Turnwald says first-home buyers are showing strong interest, with “reasonably good” open home attendance at well-presented properties. Consents for new homes for the Rotorua District are also substantially higher than last year.


New Plymouth’s residential property market had a small rebound this quarter.

The city’s average home value increased by 0.4% to $717,250, improving on the 0.4% quarterly reduction reported in last month’s QV House Price Index.

Meanwhile, home values are down by an average of 2.8% in Stratford ($469,641), weakening further from the 1.8% decline reported in last month’s figures, with South Taranaki ($420,905) recording a 3.4% average decline for the quarter, down from a 1.3% decline.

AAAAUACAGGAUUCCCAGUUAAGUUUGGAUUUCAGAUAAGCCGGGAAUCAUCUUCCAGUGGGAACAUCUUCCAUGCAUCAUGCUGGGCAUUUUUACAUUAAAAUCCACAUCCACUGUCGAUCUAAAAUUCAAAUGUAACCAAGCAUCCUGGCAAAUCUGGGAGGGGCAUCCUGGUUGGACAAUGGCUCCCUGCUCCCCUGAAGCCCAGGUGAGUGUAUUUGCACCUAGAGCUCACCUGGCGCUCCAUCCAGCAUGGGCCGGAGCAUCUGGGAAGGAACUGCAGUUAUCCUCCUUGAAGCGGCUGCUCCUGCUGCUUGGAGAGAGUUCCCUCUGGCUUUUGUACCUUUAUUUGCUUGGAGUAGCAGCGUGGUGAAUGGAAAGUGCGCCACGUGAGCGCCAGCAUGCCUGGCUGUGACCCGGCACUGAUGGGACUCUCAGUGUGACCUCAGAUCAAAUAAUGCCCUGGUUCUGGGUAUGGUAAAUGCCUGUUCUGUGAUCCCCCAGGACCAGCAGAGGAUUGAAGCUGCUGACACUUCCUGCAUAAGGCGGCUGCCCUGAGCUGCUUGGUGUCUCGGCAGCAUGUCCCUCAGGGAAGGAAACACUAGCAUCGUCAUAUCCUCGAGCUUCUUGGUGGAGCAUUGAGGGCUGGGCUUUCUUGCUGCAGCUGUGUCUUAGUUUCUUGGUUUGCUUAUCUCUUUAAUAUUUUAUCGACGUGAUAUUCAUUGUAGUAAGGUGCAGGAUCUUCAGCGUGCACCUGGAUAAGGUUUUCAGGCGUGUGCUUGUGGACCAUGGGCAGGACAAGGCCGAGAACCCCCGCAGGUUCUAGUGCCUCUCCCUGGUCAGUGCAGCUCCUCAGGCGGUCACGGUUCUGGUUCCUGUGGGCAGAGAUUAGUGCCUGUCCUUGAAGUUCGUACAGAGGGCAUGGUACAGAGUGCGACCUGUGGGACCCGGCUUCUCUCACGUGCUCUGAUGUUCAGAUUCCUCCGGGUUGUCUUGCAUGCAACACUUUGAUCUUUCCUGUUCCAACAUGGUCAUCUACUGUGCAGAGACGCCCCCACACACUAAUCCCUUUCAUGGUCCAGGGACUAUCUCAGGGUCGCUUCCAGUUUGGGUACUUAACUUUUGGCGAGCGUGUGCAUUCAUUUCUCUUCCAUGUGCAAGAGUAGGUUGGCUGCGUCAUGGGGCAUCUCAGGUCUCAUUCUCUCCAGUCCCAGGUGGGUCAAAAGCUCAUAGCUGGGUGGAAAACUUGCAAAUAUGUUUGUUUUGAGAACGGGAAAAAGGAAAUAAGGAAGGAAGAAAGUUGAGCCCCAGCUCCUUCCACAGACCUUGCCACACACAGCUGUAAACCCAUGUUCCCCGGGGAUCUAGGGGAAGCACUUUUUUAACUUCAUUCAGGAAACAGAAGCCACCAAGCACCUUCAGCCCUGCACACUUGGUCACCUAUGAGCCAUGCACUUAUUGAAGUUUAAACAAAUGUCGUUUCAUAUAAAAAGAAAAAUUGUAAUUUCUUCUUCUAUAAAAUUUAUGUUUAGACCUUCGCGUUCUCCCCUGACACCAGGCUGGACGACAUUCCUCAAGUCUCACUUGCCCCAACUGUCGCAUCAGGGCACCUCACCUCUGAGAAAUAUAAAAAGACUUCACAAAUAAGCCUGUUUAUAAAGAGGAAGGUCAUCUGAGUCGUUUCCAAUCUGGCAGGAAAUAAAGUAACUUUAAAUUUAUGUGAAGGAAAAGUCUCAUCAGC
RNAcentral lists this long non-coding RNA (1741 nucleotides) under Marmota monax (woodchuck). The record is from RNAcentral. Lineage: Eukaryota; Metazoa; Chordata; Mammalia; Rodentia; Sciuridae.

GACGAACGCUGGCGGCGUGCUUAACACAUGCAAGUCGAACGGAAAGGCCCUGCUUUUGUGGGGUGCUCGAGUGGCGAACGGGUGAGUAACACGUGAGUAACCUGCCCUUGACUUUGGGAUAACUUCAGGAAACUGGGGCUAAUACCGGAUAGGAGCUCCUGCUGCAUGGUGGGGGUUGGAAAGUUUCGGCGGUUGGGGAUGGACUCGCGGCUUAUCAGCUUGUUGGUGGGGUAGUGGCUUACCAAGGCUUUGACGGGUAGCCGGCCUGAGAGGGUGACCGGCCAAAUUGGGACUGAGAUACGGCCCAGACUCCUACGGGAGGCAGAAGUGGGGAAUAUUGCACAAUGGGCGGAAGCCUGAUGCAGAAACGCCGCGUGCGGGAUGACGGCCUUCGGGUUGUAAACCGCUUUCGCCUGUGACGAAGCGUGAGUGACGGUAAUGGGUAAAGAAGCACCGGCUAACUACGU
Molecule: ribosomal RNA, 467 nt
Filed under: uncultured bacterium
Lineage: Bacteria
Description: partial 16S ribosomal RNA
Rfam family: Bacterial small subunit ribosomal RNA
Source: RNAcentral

Hawke’s Bay

Property values continue to ebb away in Napier and Hastings.

The HPI shows the average home value dropped in Napier by 1.4% to $734,100 and by 1.9% to $759,207 in Hastings. This is an improvement on the quarterly reductions of 3% and 2.2% reported for Napier and Hastings respectively in June’s index.

Over a 12-month period, home values have declined by an average of 12% in Napier and by 12.5% in Hastings. This compares to a national average decline of 10.2% annually.

Palmerston North

Declining home values continue to decelerate in Palmerston North.

The city’s three-month rolling rate of average home value decline has eased down for the fifth straight month, with the latest HPI recording a 0.4% decline in the July quarter. The average home value is $626,028, which is 10.8% lower than at the same time last year.